New Yorker App Store ratings [Updated]

Out of the 582 ratings left as of this writing, 430 are only one star. The vast majority of low scores come from subscribers who are opposed to the app’s cost. A few examples:

“…so even if I have an existing print subscription I still have to buy issues for $4.99 a pop, almost the same as the newsstand price of $5.99. Makes this a bit pointless/greedy. I already have my paper copy subscription which runs $1-2 a copy.”

“Really surprised they’re not offering a free (or at least discounted) pass to print subscribers. A year of the New Yorker ain’t cheap. Editors, CN suits, we implore you – let us read this product we already pay $40-60 a year for on our iPads! It doesn’t cost you any extra money!”

“I’m not the first to point this out, but charging your loyal print subscribers is ridiculous.”

That’s dismal. It’s also unfair. I agree that the pricing model is lousy, but it’s not entirely Condé Nast’s fault. For example, Time, Inc. has been at odds with Apple over App Store subscriptions for some time. According to All Things Digital, Time wanted to launch a subscription-based version of Sports Illustrated (SI) on the App Store, only to have their model rejected by Apple. Time would have users download the app from the store and then pay them directly for a subscription. Apple denied the proposal, and Time has been forced to sell single copies of the magazine. I’m sure that Condé Nast would offer iOS subscriptions and/or supplemental options for paper subscribers if they could.

Also, the notion that “it doesn’t cost [Condé Nast] any extra money” to produce an iPad app is ridiculous. I’m sure it’s very expensive, and the people involved deserve to get paid for their hard work. Getting back to Sports Illustrated, Josh Quittner (guest editor of the iPad edition), recently wrote about the decision to go “horizontal only” with SI for iPad:

“…doing away with the vertical view allows us to economize on resources. The brunt of the iPad issue falls on the shoulders of our designers—they’re the folks who, in one magazine after another here at Time Inc and elsewhere, are the people who suddenly added an extra day to their already busy weeks…Why not add more designers? Well, if we were able to build a real business, with subscriptions that offered our iPad versions to readers at a reasonable price, that would be a no brainer. But we can’t yet, so the best approach for us is to experiment with the format, marshal our (human) resources and start building products on other platforms that will allow us to scale up as our business grows.”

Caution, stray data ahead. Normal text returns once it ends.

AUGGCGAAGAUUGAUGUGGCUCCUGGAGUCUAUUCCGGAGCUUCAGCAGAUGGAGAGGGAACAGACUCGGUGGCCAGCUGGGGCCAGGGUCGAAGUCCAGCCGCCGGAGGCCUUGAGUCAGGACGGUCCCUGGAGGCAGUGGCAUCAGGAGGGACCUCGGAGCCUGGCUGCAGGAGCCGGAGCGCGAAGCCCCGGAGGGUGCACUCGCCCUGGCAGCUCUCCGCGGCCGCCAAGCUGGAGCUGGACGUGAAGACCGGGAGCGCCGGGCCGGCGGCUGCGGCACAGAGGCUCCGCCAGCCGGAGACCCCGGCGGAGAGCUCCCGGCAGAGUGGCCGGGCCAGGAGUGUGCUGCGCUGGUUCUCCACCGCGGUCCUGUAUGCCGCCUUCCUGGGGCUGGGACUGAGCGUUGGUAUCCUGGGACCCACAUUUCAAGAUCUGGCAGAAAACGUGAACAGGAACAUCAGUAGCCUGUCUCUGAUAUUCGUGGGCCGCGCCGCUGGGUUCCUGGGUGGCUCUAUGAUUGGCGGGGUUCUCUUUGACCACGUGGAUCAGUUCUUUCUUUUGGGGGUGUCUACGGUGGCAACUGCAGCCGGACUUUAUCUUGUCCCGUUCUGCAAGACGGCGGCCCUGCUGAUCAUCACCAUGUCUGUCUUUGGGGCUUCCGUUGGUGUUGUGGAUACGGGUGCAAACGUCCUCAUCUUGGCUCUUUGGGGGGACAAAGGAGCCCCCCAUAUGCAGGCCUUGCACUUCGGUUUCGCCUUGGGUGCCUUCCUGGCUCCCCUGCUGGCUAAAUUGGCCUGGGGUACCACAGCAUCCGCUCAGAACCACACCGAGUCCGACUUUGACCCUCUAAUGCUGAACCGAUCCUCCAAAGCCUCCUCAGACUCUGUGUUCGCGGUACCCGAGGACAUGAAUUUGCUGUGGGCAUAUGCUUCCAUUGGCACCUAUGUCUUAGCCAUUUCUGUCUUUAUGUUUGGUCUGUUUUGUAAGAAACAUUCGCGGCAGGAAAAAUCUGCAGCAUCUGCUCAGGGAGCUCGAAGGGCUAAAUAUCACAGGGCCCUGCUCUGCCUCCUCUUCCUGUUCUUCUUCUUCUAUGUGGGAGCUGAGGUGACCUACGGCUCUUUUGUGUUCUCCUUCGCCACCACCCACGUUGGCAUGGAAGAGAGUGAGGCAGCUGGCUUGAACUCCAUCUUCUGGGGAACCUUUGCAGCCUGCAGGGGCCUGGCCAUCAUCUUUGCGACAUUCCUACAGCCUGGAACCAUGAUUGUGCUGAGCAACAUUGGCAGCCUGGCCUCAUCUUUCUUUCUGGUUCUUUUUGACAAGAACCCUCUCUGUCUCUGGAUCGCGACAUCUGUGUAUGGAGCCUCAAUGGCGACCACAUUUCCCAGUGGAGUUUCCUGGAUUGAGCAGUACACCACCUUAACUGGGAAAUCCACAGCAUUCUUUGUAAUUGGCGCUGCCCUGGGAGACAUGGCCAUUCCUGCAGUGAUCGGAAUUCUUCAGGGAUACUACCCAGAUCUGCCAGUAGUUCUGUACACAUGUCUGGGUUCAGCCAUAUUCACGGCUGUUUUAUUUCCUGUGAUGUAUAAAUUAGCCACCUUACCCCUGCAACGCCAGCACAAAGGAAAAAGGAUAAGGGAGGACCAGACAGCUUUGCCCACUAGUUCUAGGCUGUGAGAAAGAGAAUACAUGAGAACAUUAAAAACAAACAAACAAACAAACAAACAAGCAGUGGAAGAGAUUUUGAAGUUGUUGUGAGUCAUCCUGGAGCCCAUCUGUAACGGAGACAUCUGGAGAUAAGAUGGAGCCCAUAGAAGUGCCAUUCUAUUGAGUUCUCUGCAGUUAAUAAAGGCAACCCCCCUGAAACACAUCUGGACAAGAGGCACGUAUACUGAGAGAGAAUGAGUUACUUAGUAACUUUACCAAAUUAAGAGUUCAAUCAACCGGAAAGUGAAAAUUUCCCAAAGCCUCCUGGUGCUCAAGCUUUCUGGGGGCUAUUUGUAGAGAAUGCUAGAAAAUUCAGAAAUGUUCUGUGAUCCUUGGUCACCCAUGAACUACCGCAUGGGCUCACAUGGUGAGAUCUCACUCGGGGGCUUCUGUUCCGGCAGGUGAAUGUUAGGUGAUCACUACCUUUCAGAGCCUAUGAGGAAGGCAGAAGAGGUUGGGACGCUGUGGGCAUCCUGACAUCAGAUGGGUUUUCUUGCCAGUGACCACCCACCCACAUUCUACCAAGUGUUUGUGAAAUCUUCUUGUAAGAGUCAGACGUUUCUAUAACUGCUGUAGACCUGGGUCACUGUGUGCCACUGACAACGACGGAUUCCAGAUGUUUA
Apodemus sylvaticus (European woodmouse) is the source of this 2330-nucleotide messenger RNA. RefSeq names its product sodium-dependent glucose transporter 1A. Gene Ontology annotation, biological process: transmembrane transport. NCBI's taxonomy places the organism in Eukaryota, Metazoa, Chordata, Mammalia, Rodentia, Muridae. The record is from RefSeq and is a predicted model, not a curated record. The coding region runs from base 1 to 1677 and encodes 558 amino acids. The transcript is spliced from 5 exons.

The New Yorker app itself is quite nice; I’ve been enjoying it. The purpose of App Store ratings, I believe, is to rate the software itself, not its pricing. Its understandable, yet unfortunate, that The New Yorker for iPad is rated so poorly in the App Store.

Updates: Anna Spysz disagrees with my assessment. She writes:

“What the New Yorker should have done is to hold off on the app until the time was right: until tablets and iOS devices became truly ubiquitous, at least in the US, and until their print subscriptions had dropped down to the point of non-sustainability…Once you decide to go app, you must kill the print, and discontinue the system of offering the same content for free online. In fact, just stop offering magazine content online! No one wants to read that in a browser when they can experience it in an app, even if that means they have to pay. Because if the product is good, they will.”

Condé Nast is aggressively pursuing iPad publishing. As of this writing, there are 16 Condé Nast publications available for the iPad. Interestingly, the one I’m most excited about is Gourmet Live. It exists as an iPad app only, but that was out of necessity, not by design. I’m interested to see if and how its unique position affects its performance.

I agree and disagree with Anna. First, she’s right when she says that no one wants to read magazine content in a browser. I sure don’t. But at the same time, iPads are not ubiquitous and won’t be for a long time. Staying out of the pool until then would be a mistake.

Meanwhile, reader Wes writes:

“What about making the app free and offering subscriptions as in-app purchases?  I’d expect Apple would be more amenable to that, as they’d probably get a cut.”

A good question, and I don’t know enough about the magazine publishing business to offer an informed response. I’ve seen others suggest that electronic versions of each issue should be included in a paper subscripion. A nice idea, but as I said, the people who develop and maintain the app must to get paid for their hard work, and that money must come from somewhere.